You’re at a Tuesday morning production meeting. You go in confidently, knowing you have met the date on the new orders and all the products should be on time. There are a few that are running out to 12 weeks, but you have come up with alternate suppliers. Everything looks great. But then it happens: your Sales Department says that the customer needs all of their product now. You find out the salesperson is only in the meeting because the order is a rush and he/she is doing everything to pull in the dates. Oh, by the way, it’s a $20,000 order!
You sit there quietly, thinking about which electronic components might be a problem. Off the top of your head you know the $80 micro processor is easy to find. You even have some in stock. But then the moment comes when the salesperson turns to you and says “We can get everything in a week, right?”
As a professional you know what to say. “I will check into it.” But in your mind you know that there are parts that will be a problem.
After the meeting you go back to your desk and start looking over the parts list. You should be good with the resistors and caps. The connectors will be close. ICs should be ok. Then it shows its ugly head. The lead time on the TVS is out there… So you start looking. Someone must have stock. First you try your distributors, and then you move on to other sources. Finally you check with brokers, who will look all over the world for you. Nobody has any stock. So you head back to the Engineer to see if there is another option. No luck with the Engineer, and they seem a little upset because you asked…Oh, did I mention the TVS is a 20¢ part?
Now you need to go back and tell Production that the part won’t be in for 6 weeks, even if you Air them in from China. In other words, the $20,000 order is going to be held up for a.20¢ part. And everyone thinks it is your fault. Somehow you need to fix it. Somehow you should have been ready for the change in production schedule (the pull in). The salesperson mumbles something about how you need to have better control of your suppliers…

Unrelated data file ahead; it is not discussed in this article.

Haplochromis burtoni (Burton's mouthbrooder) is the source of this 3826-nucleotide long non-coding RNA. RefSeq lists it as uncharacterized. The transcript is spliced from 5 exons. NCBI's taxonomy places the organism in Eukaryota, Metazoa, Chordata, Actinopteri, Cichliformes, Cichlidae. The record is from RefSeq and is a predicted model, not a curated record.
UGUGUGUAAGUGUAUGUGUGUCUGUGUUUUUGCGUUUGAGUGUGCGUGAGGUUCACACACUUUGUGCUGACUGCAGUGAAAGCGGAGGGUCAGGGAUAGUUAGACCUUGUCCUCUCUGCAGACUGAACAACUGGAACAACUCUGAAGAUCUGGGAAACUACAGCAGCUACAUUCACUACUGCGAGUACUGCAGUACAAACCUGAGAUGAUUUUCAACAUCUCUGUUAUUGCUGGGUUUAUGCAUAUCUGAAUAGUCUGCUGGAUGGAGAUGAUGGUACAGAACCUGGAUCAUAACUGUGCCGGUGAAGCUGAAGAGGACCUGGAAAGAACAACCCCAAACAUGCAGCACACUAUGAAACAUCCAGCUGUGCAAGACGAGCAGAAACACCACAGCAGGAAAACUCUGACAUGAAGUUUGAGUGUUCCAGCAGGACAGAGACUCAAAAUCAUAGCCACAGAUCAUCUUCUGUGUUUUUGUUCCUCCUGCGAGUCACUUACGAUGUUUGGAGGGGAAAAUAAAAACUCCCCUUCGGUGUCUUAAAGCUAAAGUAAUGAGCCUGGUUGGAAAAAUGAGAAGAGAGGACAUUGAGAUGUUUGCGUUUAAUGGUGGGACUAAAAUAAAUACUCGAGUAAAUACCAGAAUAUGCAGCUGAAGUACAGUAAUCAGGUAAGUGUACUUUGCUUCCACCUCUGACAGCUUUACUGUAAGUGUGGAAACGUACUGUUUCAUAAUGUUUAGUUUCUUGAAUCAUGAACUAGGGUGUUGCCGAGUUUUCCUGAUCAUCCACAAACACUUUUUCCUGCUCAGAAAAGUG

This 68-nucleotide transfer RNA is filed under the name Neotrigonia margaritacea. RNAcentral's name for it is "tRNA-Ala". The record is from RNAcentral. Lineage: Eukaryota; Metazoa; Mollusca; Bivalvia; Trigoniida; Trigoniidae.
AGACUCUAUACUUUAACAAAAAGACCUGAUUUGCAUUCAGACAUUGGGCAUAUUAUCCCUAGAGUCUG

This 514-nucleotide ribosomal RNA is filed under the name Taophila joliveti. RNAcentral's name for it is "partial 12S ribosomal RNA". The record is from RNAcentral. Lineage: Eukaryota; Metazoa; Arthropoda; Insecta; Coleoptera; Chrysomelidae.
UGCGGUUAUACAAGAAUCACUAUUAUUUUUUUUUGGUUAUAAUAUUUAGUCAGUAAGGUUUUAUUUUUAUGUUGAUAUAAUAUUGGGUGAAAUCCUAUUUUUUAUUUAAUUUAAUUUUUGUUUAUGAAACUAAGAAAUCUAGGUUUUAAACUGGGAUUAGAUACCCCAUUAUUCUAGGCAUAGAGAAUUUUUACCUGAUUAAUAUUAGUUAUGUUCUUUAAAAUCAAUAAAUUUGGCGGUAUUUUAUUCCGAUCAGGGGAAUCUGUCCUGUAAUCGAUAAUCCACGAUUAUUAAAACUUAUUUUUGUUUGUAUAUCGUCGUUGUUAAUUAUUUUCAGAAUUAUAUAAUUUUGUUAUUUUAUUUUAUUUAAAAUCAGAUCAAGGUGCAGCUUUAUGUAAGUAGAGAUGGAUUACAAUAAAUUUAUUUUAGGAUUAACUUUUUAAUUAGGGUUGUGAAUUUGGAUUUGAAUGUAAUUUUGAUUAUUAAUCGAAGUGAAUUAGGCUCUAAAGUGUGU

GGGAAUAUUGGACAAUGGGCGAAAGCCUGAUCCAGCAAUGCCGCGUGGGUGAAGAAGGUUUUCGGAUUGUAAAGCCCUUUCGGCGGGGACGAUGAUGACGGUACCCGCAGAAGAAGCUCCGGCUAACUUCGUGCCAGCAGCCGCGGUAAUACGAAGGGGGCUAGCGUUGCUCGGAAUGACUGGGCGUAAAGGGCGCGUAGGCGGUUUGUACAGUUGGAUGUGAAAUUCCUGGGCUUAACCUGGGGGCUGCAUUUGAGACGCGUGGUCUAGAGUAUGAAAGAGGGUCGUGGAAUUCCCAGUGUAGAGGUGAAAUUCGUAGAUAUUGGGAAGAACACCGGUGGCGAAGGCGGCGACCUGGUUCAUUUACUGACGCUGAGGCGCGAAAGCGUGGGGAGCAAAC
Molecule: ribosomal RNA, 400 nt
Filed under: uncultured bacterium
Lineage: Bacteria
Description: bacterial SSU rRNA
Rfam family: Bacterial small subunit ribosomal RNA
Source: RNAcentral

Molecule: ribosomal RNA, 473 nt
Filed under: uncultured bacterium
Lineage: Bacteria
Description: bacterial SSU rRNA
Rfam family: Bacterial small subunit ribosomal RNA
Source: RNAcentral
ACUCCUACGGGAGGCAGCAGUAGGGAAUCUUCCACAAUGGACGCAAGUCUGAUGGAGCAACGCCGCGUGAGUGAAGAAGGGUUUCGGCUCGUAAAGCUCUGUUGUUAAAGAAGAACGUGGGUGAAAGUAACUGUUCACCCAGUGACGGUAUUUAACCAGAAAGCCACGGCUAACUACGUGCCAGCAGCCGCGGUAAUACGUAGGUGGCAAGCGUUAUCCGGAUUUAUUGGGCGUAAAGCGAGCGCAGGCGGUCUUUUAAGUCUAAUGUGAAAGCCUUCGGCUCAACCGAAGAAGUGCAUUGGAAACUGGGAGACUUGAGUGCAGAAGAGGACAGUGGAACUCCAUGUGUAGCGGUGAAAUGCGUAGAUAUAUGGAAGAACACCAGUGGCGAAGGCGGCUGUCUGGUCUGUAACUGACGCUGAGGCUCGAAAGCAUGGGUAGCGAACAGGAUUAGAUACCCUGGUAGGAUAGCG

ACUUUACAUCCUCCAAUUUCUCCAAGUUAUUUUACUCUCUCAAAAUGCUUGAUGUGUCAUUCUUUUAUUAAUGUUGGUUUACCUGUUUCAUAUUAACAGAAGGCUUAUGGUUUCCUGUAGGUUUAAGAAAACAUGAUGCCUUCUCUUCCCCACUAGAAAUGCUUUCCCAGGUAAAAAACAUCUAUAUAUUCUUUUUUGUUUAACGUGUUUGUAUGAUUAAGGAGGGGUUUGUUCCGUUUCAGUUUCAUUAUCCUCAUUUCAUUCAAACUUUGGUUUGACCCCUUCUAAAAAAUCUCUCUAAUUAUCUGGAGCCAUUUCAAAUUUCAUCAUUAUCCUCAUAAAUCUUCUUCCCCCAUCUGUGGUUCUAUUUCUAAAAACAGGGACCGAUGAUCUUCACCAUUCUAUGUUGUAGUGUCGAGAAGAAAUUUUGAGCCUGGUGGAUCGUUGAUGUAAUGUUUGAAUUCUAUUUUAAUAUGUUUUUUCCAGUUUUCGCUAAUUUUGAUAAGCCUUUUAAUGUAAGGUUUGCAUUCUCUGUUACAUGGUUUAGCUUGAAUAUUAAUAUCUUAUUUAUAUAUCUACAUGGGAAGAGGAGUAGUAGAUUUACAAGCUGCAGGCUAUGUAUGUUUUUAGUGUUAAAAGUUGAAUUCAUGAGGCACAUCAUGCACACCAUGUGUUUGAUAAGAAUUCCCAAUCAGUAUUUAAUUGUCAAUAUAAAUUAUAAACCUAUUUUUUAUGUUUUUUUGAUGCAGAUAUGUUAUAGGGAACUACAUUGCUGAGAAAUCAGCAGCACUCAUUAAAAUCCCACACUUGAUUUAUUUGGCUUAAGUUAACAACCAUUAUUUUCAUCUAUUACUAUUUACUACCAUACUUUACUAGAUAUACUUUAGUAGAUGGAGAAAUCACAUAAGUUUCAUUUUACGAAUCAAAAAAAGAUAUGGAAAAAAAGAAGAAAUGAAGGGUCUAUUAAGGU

Sound familiar? I know I have seen this happen all too often. I have even seen a resistor that costs less than a penny cause products from shipping. I call this phenomenon the “Change Gremlin”. It’s like an evil little guy who lurks around, waiting to pounce on your schedules, causing so many problems, and creating strife amongst your sales team, your production team, and worst of all, your customer. It might even cause you to think you can’t do your job.
Don’t fret! There are a few options that can help you be better prepared for changes in lead-times and your production schedule. Go ahead and click on the Next Step button below and we will show you how we have helped others better handle all the problems that the Change Gremlin can throw at you.